Victor said, “You know what Apaches still call white people? Los Goddammies, because many of you cannot talk without swearing. You use God’s name even when you don’t have a reason to. Maybe you agree with me, maybe you don’t. But you said people who speak in foreign tongues refuse to follow the goddamn laws of the land. You saying all of us should speak only English?”
This Ice Man took time to stare at Victor. He said, “They teach you that at Indin school? I hope you aren’t getting smart with me. I see you drinkin … Can you show me you’re old enough by law?”
Victor said, “This is what it’s about, my age?”
“You show me you’re old enough,” the Ice Man said, “I’ll let you step outside and arrest you for being shit-faced drunk.”
“You kidding me?”
“Drunk and disorderly, arguing with me.”
Victor said, “You go to all this trouble—”
Nachee said, “Because we NDN, we must be drunk.”
“The three of you actin up,” the Ice Man said. “I been watchin you since you come in.”
“Man,” Nachee said, “Victor rode three bulls today. We drinking to his honor.”
“What’d he win,” the Ice Man said, “trading beads?”
“Four thousand dollars, man, and a saddle.”
Victor took the roll of bills from his shirt pocket and laid the wad on the table.
The Ice Man, looking at the money, raised his hat and set it on his head again saying, “The bulls buck any, or they too old? I can cite you now for tryin to bribe an officer of the law.”
Victor said, “I’m not offering you anything.”
“You’re mouthin off, arguing with me. Give me your names and we’ll get her done.”
Victor said, “My Mimbreño Apache name is Deer With Horns Running Through the Woods Being Chased by a White Dude Wearing a Cowboy Hat.”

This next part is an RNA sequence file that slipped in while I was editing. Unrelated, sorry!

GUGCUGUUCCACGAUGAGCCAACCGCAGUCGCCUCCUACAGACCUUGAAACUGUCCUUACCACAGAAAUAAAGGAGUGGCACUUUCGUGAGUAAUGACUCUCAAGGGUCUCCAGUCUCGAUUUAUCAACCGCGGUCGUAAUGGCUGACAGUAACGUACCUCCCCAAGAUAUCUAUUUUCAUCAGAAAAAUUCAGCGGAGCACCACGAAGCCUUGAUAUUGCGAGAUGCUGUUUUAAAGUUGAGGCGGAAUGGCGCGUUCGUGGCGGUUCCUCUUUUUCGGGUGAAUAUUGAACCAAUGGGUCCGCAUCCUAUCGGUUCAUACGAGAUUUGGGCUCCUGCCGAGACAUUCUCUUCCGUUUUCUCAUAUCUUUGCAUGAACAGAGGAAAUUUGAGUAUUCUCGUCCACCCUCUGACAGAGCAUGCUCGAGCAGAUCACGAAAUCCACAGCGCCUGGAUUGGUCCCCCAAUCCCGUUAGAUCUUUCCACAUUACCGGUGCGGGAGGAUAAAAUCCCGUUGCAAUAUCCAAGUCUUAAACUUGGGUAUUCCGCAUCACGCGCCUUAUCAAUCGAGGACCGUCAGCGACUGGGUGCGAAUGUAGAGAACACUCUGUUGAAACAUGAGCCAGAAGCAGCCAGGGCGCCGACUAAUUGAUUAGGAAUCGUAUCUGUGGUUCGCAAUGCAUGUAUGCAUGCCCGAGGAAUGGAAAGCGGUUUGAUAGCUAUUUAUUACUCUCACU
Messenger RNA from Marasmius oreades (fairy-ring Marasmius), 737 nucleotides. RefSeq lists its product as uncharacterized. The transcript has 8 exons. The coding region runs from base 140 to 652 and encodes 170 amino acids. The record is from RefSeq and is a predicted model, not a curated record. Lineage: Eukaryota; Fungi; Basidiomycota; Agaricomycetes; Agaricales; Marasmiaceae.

Nachee said, “You know Agua Calientes operate the casinos? They get to watch white men become drunk and lose all their money.”
“Keep talking,” the Ice Man said.
Nachee said, “You know how NDNs know it’s safe to go fishing in the winter? When all the white guys quit falling through the fucking ice.”
This time the Ice Man only stared, no expression on his face.
“I was in a bar,” Nachee said, “where a white man with a cigar was blowing smoke rings, nine or ten of them hanging in the air. I look at the rings and said to him, ‘One more remark like that, I’ll bust you in the mouth.’”
The Ice Man said, “I was at a Indin wedding on the rez one time. The flower girls were all the bride’s kids, her bastards. You hear that one? Or, how do you tell a rich Indin from a poor one? The rich Indin has two cars up on blocks.” He waited a moment and said, “We’re through here,” picked up his cellphone and said, “Wesley, I might need a hand.”
What was going on? Nachee never carried ID working bulls. Victor didn’t either. They both believed if you know who you are, what do you need ID for? You want to tell somebody your name, tell him. You don’t want to, don’t.